When you take lies, deception, betrayal and murder, it sounds like a mediocre, run-of-the-mill horror flick. However, when you throw in some offbeat humor, enough plot twists to choke a horse and a nosy next-door clairvoyant, that changes things. These are all the name of the game in Ira Levin's two-act play "Deathtrap," put on by the Buffalo Theatre Ensemble at the College of DuPage Arts Center.

In the play, Sidney Bruhl (played by Matt Diehl) is a former Broadway playwright whose recent shows have hardly been blockbusters. The middle-aged dramatist feels that he has faded into obscurity and become a has-been. Disheartened, dismal and approaching bankruptcy, the already-crestfallen author is further put out when a former student of his, Clifford Anderson (William Smillie), sends him a copy of a play he has written. The play, titled "Deathtrap," is first-rate, and more than likely to become an epic success on Broadway. Recognizing this, Sidney has a most malicious thought: What if he were to lure Clifford to his home, kill him, and claim the script as his own. He relates the idea to his naïve wife Myra (Laurie Larson), who is shocked that her husband could even think of such a thing.

Myra is done away with soon after the arrival of Clifford, whom Sidney supposedly murders and buries. When Cliff returns "from the dead" to exact his revenge on Sidney, Myra has a heart attack and is soon lifeless. We learn that Clifford and Sidney are actually scheming together, but the two constantly attempt to deceive one another. Cliff begins to rewrite "Deathtrap," rewriting it as a thinly disguised clone of what really did occur – the plot to kill Myra – and the setting of the play resembles Sidney's home a little too closely. When Bruhl finds the manuscript, he worries that someone will realize the similarity between the play and the real thing. For both men, it becomes a deadly cat-and-mouse game as the two begin to come to grips with the fact that the other is scheming to do him in.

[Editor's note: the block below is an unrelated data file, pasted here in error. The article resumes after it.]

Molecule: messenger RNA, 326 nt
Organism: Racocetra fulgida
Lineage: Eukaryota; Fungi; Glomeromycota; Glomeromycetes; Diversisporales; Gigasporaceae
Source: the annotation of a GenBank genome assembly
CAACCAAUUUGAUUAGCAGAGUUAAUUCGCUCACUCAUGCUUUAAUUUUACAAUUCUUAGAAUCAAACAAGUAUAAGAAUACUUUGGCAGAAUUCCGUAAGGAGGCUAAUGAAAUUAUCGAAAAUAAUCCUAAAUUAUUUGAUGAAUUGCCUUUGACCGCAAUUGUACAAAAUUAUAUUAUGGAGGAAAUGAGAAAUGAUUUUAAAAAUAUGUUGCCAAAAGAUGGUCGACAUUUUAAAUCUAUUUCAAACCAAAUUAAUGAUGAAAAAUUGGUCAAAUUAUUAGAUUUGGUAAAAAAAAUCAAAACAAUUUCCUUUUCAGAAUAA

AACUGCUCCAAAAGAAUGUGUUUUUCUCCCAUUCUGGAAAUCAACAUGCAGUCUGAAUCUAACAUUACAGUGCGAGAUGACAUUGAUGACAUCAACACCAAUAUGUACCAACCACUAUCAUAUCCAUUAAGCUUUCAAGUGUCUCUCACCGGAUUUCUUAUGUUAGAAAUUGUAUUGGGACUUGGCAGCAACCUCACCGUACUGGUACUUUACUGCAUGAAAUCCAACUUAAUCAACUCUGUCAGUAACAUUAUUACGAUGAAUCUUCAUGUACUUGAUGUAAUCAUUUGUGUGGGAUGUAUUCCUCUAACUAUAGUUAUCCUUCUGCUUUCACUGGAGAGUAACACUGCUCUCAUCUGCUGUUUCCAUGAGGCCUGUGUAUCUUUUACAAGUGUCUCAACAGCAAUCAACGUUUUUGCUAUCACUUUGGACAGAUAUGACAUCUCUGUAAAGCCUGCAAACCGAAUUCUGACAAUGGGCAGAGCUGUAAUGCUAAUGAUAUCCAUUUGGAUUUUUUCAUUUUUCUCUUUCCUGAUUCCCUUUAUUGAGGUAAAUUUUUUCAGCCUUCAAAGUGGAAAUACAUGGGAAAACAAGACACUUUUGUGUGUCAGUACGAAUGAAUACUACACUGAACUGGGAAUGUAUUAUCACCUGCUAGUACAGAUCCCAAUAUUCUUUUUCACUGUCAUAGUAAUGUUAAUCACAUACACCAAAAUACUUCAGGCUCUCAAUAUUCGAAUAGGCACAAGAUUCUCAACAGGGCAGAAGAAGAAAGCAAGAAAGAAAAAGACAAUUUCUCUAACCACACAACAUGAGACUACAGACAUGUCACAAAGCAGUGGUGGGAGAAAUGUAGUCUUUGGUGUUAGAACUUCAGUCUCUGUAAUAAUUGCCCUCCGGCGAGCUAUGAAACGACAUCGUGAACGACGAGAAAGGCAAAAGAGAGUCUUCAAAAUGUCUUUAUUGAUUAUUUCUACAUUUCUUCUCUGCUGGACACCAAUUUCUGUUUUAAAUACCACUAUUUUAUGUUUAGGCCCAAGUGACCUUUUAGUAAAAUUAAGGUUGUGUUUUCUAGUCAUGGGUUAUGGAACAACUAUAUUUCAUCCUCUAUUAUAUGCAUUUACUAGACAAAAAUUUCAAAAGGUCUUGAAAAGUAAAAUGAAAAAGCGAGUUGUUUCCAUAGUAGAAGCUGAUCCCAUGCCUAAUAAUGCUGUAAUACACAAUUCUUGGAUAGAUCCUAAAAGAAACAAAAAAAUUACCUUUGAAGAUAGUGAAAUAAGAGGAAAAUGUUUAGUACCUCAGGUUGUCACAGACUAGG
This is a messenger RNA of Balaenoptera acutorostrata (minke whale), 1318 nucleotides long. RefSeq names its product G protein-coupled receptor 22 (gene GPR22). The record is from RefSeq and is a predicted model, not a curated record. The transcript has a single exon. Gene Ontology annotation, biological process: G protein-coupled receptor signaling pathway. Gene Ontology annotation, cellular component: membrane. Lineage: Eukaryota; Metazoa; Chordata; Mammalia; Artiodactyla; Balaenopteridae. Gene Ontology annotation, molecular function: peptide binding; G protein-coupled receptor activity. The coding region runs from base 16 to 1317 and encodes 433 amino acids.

The roles of the play have been cast well: From the spiteful and conniving Sidney to the sly opportunist Clifford, the players seem well-suited to their roles and interact with one another quite well. Matt Diehl, who takes on the role of the middle-aged playwright, is careful not to overplay his character, yet he still manages to come off as the callous and self-centered man the role calls for. William Smillie, as the young but shrewd Cliff, seems to know that his character's strength is in his passive appearance – which, of course, masks his much darker nature. Sidney’s naïve wife Myra, played by actress Laurie Larson, is done away with before her character really develops much. Myra seems to be more around to "set the stage" for what will happen, but she continues to make her presence known! As for the secondary characters of Helga ten Dorp and Porter Milgrim – Katrina Kelley and Christopher Garrett, respectively – well, they seem somewhat for comic relief and somewhat just to keep us on our toes. Helga is amusing, but her accent seems to fade in and out. As for Porter, the family's attorney, he suspects something is up but isn’t sure just what. Garrett has a relatively small role in this part, but his rather nondescript quality fits nicely.

Another strong point of "Deathtrap" is the scenery and props, which are quite appropriate and fitting for the play's requirements. By looking at the walls of the little Connecticut home, we can see some posters of some of Sidney's previous plays – which are worked into the play itself rather nicely – and around the house there are some props from the aforementioned plays. Of particular interest is an item that is easy to overlook: a Rubik's Cube, the deviously challenging little game that keeps everyone baffled. Ira Levin had actually based some aspects of Sidney Bruhl’s character on himself: They were both playwrights of the thriller and mystery genres, and they both weave complex, intricate stories. Levin and Bruhl also both love brainteasers that keep the audience guessing.

While the plot is jammed with wild twists and frantic plot-turns, some of the subplots are ineffective and seem out-of-place. In one scene we see Sidney and Clifford kiss, which seems to suggest homosexuality. This does not really fit anywhere into the play and does little to advance the story. It could be some of the play's strange humor, or it could be to simply add to the "shock value" of the whole thing. Frankly, though, we can dismiss these minor distractions, because the play's successes far outweigh the negatives. We’re kept guessing until the very end; it's safe to say that very few will accurately predict how the story will turn out. All of these factors, supplemented by an ominously-carefree soundtrack, lead up to a nearly flawless production of enormous impact. The final "cymbal crash" at the end gives enough resolution of conflict to satisfy our curiosity yet manages to still keep us intrigued. The music ends abruptly, the lights fall, and “Deathtrap” has come to a close.